Hacker donates $11k of stolen Bitcoins to Kurdish fighters battling ISIS
A vigilante hacktivist has done a good deed for the Kurdish fighters in the autonomous northern Syrian region of Rojava, in the midst of a battle with ISIS: the hacker donated $11,000 in stolen Bitcoins to help sustain the population.
The hacker, going by the name Phineas Phisher, among a number of pseudonyms, believes the Kurdish population’s attempts at creating an independent state to be “one of the most inspiring revolutionary projects in the world.”
Rojava is one of the most inspiring revolutionary projects in the world today. I just donated 10000€ in bitcoin https://t.co/2ubZctplSy— Hack Back! (@GammaGroupPR) 5 мая 2016 г.
"They're in an incredibly difficult situation, with ISIS on one side and US ally Turkey embargoing and attacking them on the other," he told ArsTechnica. "Yet, in a part of the world the West likes to look down on as a backwards s**thole, they're building a society that takes ‘Western’ values like democracy and feminism to lengths that put the West to shame. All while fighting ISIS and winning, unlike the US trained and supplied Iraqi army."
So, he took to the group’s online crowdfunding campaign to help the cause, and bagged them a cool 25 bitcoins. His donation showed up on the open Bitcoin account of the Rojava Plan under the pseudonym @GammaGroupPR. The current rate of exchange puts the sum somewhere around $11,000.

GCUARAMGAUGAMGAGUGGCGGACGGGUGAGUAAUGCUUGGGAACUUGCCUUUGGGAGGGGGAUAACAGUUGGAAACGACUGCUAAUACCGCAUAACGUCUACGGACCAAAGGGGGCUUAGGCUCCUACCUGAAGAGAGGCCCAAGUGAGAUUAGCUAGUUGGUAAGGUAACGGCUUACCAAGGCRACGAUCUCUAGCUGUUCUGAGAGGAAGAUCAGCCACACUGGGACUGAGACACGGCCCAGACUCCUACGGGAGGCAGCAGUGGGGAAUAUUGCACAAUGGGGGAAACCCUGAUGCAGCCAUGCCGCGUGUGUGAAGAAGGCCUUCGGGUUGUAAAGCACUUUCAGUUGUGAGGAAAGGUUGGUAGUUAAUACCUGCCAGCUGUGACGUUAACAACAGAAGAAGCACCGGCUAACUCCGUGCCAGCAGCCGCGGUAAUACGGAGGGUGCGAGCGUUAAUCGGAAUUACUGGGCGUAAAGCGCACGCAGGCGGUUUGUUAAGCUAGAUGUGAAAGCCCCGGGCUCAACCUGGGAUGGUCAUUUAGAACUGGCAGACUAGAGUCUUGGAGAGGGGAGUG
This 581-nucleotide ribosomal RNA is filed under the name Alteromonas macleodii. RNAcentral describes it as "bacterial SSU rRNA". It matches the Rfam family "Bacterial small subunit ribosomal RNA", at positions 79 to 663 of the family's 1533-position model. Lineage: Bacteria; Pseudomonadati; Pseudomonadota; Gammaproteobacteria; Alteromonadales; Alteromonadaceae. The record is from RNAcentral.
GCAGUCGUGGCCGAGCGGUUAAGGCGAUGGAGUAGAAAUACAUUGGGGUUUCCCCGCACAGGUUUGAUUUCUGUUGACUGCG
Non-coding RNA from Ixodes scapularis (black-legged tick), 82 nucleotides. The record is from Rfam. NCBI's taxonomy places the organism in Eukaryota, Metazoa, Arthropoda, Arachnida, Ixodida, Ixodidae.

He later went on Reddit and opened up in a post that “[t]he money did come from robbing a bank,” but wouldn’t exactly say which one… probably because “there’s hopefully a few orders of magnitude on the way,” as he told ArsTechnica on Wednesday.
“Bank robbing is more viable than ever, it’s just done differently these days,” Phisher said on Reddit, where many people supported his actions. He also published a ‘DIY Guide to Hacking’ with some tips and tricks.
The tech news source also contacted the Kurdish group receiving Phisher’s stolen Bitcoins.
“We are currently extremely busy and it is sometimes hard to get online, this being a warzone and all,” the group’s Deniz Tari told ArsTechnica in an email. “And for what we will do with the money, you can also check our campaign page where we have a rough description of where the money is going.”
The campaign page says the money will go toward “feeding the revolution.”
Reddit users are split on Phisher’s actions. Although most support the idea, some took issue with the ordeal bank workers might have to go through for letting it all happen, or the time the defrauded customers are going to have to spend getting their money back.
“Leaking documents, expropriating money from banks, and working to secure the computers of ordinary people is ethical hacking. However, most people that call themselves ‘ethical hackers’ just work to secure those who pay their high consulting fees, who are often those most deserving to be hacked,” Phisher wrote.